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Criminal Code bill gets Senate hearing

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Concerns over sentencing provisions and pleas for adequate funding dominated the Senate hearing on legislation overhauling the state’s criminal code.

Members of the Senate Committee on Corrections and Criminal Law convened today to review House Bill 1006 and hear testimony from various proponents and opponents of the measure.

Committee Chair Sen. Mike Young recessed the hearing after two and a half hours. The committee will meet at 10 a.m. Thursday to review proposed amendments.

HB 1006 increases the penalties for offenders sentenced to prison but balances that against providing treatment and programs in the local communities for low-level criminals. This approach is promoted as a way to reduce recidivism and lower the cost of incarceration for the state.

Advocates for intensive probation over prison warned without a proper level of funding, the communities will not be able to offer the help these low-level offenders need and eventually these people will be pushed into the Indiana Department of Correction.

Don Travis, president of the Probation Officers’ Professional Association of Indiana, strongly encouraged the committee to provide the funding that communities need to implement alternative programs.

“If this bill goes into effect without the proper community resources,” he said, “it will not have the effect that’s anticipated.”

Steve Luce, executive director of the Indiana Sheriffs Association, also pushed for funding. He noted treatment programs do work with redirecting many inmates away from criminal activity. However, the key piece is funding dollars.

While Larry Landis, executive director of the Indiana Public Defender Council, applauded the bill’s sentencing proportionality, he said the measure fell short on reformation.

He pointed to the Indiana Constitution which calls for a penal code founded on reformation instead of vindictive justice. This bill, in its current form, he said, looks more toward retribution rather than rehabilitation.

He predicted the sentencing provisions, which call for inmates to serve at least 75 percent of their terms, will increase the state’s prison population. Also, echoing the previous speakers, he noted without proper funding to the communities, the offenders will not be monitored or supervised so they will likely violate their probations and end up in the Department of Correction which will make the current problem worse.

Landis proposed the sentencing language in the bill be rewritten to mirror the current sentencing standards. Then a summer study committee can review the data and develop a better sentencing structure.





 

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  1. Thank you, John Smith, for pointing out a needed correction. The article has been revised.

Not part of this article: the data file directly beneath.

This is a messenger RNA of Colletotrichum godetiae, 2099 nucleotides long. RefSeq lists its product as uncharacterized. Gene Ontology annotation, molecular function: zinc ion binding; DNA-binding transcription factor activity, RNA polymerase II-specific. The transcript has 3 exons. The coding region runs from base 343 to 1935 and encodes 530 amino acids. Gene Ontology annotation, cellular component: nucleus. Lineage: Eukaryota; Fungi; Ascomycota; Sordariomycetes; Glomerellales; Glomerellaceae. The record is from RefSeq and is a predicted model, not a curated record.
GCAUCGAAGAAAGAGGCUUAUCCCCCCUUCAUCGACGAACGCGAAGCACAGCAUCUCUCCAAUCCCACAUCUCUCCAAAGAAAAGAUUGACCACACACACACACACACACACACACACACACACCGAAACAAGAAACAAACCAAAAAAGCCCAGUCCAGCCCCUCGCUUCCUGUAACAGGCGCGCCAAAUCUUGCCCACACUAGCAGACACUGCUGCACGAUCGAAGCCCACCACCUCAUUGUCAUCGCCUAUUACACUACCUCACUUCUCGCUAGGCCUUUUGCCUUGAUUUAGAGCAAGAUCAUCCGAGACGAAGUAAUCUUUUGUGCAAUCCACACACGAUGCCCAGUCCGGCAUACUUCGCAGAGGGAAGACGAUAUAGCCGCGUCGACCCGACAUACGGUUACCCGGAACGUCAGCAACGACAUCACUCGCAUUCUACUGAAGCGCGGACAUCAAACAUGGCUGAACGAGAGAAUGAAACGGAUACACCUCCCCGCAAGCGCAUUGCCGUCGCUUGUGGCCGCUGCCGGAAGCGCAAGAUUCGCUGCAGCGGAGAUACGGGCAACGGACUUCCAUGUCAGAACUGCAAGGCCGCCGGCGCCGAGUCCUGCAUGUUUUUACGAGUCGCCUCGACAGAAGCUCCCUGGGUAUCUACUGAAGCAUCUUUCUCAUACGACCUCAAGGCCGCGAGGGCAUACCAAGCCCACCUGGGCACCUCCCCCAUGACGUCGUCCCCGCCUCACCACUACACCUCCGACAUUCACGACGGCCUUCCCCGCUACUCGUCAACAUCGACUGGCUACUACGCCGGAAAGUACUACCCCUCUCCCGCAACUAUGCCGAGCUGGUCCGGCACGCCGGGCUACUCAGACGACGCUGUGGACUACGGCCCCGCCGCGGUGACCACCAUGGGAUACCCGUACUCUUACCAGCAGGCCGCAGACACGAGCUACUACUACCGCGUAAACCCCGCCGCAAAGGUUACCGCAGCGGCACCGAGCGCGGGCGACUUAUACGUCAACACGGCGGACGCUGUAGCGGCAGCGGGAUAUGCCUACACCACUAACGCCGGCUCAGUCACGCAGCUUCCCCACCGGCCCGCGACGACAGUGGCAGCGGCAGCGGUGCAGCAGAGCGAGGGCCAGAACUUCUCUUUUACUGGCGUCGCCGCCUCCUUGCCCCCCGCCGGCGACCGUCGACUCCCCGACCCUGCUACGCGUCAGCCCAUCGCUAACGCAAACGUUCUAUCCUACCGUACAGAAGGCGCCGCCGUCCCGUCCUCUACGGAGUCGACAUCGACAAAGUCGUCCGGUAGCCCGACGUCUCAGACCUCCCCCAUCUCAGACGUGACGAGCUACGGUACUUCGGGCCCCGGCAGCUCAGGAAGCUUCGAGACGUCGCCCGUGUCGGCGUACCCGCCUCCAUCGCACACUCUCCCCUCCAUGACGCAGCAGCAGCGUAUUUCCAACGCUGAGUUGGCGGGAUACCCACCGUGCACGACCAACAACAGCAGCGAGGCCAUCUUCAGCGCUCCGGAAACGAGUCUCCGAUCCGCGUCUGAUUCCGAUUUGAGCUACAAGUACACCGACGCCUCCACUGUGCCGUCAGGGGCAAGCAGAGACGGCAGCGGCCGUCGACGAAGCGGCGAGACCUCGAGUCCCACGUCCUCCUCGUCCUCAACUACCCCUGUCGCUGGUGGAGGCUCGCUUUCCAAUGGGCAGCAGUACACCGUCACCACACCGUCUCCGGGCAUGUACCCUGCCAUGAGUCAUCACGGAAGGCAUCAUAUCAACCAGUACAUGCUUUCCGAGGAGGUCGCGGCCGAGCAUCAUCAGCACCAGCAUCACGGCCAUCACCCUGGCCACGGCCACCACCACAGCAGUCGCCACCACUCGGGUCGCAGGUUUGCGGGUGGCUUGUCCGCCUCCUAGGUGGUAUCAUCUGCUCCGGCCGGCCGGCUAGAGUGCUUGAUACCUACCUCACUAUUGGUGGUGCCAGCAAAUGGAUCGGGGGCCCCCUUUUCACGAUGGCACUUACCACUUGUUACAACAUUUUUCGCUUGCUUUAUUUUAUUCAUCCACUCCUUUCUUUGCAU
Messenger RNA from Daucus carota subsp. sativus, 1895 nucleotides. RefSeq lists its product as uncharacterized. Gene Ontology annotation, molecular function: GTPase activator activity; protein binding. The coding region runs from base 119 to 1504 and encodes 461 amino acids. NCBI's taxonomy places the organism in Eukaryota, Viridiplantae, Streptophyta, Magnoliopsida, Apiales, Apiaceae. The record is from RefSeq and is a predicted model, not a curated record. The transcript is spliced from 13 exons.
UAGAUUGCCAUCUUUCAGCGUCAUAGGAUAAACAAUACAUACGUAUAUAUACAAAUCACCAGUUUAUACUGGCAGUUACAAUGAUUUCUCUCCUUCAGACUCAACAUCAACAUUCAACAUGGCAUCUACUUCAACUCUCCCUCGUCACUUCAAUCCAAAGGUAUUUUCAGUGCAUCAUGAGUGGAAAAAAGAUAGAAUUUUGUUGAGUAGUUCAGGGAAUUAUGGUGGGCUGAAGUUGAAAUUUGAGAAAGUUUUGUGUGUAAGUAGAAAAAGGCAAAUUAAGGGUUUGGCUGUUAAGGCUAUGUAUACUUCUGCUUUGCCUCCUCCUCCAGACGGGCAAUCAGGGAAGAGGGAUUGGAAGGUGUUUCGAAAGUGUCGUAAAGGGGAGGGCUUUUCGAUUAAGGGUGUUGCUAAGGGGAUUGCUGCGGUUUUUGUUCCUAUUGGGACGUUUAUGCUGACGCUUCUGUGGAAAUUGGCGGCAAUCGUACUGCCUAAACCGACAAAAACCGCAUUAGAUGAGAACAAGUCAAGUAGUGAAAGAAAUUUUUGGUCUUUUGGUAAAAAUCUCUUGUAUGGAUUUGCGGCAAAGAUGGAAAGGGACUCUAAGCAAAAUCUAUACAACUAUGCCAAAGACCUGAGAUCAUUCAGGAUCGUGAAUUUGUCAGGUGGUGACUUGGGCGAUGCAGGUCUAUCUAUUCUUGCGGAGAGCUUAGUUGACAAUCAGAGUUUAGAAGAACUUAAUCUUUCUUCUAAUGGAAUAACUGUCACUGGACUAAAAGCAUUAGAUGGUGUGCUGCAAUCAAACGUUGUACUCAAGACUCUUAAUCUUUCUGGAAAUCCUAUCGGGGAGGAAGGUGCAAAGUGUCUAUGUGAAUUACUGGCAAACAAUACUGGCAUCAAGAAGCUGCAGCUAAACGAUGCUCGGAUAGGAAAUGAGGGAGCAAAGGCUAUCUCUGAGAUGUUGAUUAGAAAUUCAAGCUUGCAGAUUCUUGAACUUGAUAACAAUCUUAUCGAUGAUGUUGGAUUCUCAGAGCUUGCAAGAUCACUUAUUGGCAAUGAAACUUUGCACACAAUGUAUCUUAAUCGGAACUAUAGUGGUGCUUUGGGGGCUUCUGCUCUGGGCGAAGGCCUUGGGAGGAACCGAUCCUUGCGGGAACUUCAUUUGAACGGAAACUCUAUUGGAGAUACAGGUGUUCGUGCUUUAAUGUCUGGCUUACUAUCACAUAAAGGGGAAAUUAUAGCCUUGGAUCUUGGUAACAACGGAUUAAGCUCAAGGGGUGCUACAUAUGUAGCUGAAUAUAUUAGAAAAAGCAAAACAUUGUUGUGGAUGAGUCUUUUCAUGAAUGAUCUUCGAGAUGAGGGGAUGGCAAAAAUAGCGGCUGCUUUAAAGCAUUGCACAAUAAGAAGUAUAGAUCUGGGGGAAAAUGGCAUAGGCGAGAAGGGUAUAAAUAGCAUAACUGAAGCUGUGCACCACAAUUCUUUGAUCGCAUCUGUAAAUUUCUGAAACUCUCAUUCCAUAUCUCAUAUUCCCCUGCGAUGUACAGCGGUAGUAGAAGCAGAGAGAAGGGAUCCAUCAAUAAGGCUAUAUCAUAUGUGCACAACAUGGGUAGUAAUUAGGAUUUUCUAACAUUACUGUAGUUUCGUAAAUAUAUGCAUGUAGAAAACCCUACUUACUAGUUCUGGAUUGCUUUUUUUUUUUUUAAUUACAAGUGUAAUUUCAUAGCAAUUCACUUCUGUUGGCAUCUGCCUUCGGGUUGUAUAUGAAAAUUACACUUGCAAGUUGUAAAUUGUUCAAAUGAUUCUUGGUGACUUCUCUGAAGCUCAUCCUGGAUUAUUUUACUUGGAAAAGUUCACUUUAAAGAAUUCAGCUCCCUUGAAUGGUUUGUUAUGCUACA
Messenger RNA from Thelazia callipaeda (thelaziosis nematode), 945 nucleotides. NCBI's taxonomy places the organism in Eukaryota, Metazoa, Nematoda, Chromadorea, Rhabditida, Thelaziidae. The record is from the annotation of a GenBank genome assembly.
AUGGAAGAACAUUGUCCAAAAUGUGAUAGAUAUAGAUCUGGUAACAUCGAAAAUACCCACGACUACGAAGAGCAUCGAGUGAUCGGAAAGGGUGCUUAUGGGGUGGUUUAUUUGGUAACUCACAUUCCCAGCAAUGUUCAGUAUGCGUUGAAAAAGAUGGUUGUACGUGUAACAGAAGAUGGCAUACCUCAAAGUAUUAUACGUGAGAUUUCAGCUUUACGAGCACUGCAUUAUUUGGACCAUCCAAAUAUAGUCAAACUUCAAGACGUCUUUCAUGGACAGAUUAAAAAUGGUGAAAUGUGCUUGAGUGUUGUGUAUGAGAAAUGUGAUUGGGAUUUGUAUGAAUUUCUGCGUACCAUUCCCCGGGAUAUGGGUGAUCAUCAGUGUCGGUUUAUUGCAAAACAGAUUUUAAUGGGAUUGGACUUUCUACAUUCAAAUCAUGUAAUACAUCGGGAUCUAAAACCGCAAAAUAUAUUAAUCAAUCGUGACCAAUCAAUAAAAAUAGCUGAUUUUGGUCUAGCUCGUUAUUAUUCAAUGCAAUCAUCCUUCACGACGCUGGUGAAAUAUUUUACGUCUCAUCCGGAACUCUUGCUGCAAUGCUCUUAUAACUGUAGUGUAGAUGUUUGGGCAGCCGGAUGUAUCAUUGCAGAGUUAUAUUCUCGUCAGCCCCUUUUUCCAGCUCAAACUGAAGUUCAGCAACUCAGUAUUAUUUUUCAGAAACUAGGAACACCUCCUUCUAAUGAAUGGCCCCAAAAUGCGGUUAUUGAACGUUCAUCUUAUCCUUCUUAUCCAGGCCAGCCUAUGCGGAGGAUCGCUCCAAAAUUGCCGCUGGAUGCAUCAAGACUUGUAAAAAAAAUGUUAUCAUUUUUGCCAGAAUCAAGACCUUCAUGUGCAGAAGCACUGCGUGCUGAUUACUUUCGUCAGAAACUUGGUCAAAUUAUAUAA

2. The "National institute for Justice" is an agency for the Dept of Justice. That is not the law firm you are talking about in this article. The "institute for justice" is a public interest law firm. http://ij.org/ thanks for interesting article however

  3. I would like to try to find a lawyer as soon possible I've had my money stolen off of my bank card driver pressed charges and I try to get the information they need it and a Social Security board is just give me a hold up a run around for no reason and now it think it might be too late cuz its been over a year I believe and I can't get the right information they need because they keep giving me the runaroundwhat should I do about that

  4. It is wonderful that Indiana DOC is making some truly admirable and positive changes. People with serious mental illness, intellectual disability or developmental disability will benefit from these changes. It will be much better if people can get some help and resources that promote their health and growth than if they suffer alone. If people experience positive growth or healing of their health issues, they may be less likely to do the things that caused them to come to prison in the first place. This will be of benefit for everyone. I am also so happy that Indiana DOC added correctional personnel and mental health staffing. These are tough issues to work with. There should be adequate staffing in prisons so correctional officers and other staff are able to do the kind of work they really want to do-helping people grow and change-rather than just trying to manage chaos. Correctional officers and other staff deserve this. It would be great to see increased mental health services and services for people with intellectual or developmental disabilities in the community so that fewer people will have to receive help and support in prisons. Community services would like be less expensive, inherently less demeaning and just a whole lot better for everyone.

  5. Can I get this form on line,if not where can I obtain one. I am eligible.

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